The Jewish Annotated New Testament
New Revised Standard Version
Amy-Jill Levine, Editor
Marc Zvi Brettler, Editor
Oxford University Press
First Edition, 2011
Second Edition, 2017
I purchased my copy of the The Jewish Annotated New Testament (JANT) thinking it might be an established Bible translation (the New Revised Standard Version) with notes similar to David Stern’s Jewish New Testament Commentary. What I got was not at all what I expected, but exactly what the title suggests: the New Testament with notes and commentary from Jewish scholars. These are Jewish scholars that do not believe Yeshua is the Messiah. It is important to keep that in mind as you read the notes and commentary in this book – these are unbelievers and this is NOT a Messianic perspective.
Amazon will allow you to preview a good part of this book. Please look it over and know what you are buying before making a purchase. On your computer (it may not work on all phones or tablets), go here and then click on “Look Inside” on the left side of the page.
What Is the Jewish Annotated New Testament?
The JANT calls itself a “groundbreaking text for scholarship, interfaith dialogue, and secular or religious readers.” Introductions to each New Testament book as well as each major section, verse-by-verse annotations, and an extensive collection of essays are by Jewish scholars who are recognized authorities on the New Testament.
The copy on the back cover says that the JANT “presents Judaism before, during, and after the time of Jesus and his immediate followers. It explores the early community of Jesus-followers and their eventual separation from Judaism. There is unflinching treatment of anti-Judaism in the New Testament and in later history.” This is troubling that the editors view at least part of the New Testament as “anti-Judaism,” but we should consider that many Christians view it in this way as well. To the Jewish reader this is a bad thing, yet the Christian is likely to think it good.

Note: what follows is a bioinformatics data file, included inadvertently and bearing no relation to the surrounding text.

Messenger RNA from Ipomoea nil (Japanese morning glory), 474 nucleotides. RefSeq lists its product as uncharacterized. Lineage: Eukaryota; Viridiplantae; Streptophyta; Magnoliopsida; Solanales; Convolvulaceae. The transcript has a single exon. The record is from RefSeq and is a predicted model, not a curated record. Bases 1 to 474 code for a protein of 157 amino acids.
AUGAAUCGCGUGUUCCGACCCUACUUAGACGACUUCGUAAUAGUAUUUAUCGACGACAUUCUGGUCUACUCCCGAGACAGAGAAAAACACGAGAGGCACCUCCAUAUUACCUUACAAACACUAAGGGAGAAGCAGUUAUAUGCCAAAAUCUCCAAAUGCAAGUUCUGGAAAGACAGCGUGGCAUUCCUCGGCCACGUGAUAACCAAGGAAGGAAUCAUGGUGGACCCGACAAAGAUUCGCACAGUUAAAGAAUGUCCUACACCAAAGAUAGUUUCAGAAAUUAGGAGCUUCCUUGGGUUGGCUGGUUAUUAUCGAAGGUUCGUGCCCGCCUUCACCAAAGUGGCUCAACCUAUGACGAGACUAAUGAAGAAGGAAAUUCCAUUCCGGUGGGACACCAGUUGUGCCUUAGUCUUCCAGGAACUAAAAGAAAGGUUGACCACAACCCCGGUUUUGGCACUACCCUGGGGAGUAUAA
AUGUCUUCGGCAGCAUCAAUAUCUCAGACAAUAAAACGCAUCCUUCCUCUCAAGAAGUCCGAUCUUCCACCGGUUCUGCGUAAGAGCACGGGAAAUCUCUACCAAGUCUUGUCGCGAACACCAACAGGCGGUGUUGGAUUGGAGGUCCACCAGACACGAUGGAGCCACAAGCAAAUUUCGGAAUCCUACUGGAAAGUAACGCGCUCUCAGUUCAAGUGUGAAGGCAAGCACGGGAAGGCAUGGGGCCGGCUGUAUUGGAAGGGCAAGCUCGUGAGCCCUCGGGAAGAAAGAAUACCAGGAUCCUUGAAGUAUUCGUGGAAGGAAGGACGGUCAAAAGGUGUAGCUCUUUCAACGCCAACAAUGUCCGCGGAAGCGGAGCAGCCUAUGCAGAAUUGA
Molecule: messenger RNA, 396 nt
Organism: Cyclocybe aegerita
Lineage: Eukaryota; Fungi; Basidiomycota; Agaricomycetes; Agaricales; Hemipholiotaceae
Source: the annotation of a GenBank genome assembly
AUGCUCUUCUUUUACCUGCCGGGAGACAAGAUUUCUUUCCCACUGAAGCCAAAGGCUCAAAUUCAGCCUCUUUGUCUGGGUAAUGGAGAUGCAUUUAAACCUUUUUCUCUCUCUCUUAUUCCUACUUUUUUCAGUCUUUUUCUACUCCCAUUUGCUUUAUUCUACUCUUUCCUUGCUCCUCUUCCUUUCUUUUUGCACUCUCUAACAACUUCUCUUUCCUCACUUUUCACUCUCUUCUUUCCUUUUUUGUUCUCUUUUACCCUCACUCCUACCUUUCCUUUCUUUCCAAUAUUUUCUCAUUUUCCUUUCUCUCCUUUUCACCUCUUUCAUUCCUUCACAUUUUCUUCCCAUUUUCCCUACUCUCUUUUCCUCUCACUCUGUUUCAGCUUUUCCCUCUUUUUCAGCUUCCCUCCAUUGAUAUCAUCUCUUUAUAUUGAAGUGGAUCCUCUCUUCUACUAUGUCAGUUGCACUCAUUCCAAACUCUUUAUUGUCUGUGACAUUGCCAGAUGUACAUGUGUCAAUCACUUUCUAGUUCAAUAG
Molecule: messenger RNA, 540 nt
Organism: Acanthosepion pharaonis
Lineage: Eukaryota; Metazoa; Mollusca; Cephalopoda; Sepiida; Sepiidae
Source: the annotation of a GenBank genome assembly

The JANT accomplishes its purpose in providing a connection between the New Testament and the culture of Judaism of that day. At the bottom of every page of Bible text are verse-by-verse study notes, often broken down into key phrases and cross-referenced to variety of sources, including Hebrew Scriptures, the Dead Sea Scrolls, historians such as Philo and Josephus, non-canonical writings of the New Testament period and more. The list of abbreviations for source materials takes up almost seven pages.
Within the Bible text are charts, maps, diagrams and articles (called “sidebar essays”). At the bottom of each page of Bible text are very extensive notes, sometimes as much as half of the page. They cover many topics, including defining Greek words and tying them to Hebrew words, identifying where concepts, not just quotes, are found in the Tanakh, and cross references to other New Testament passages as well as outside sources.
After the Bible text there is a section with reference materials and longer essays. The essays cover Jewish history, societal life, movements within Judaism, Jew and Gentile relationships, the Law, religious practices and beliefs, Jewish literature and Jewish responses to the New Testament. Remember, these are from non-Messianic Jews and are written with two goals in mind – to make sure Jews maintain a Jewish perspective on the New Testament and Christianity, and to show Christians how (and why) Jews see them this way.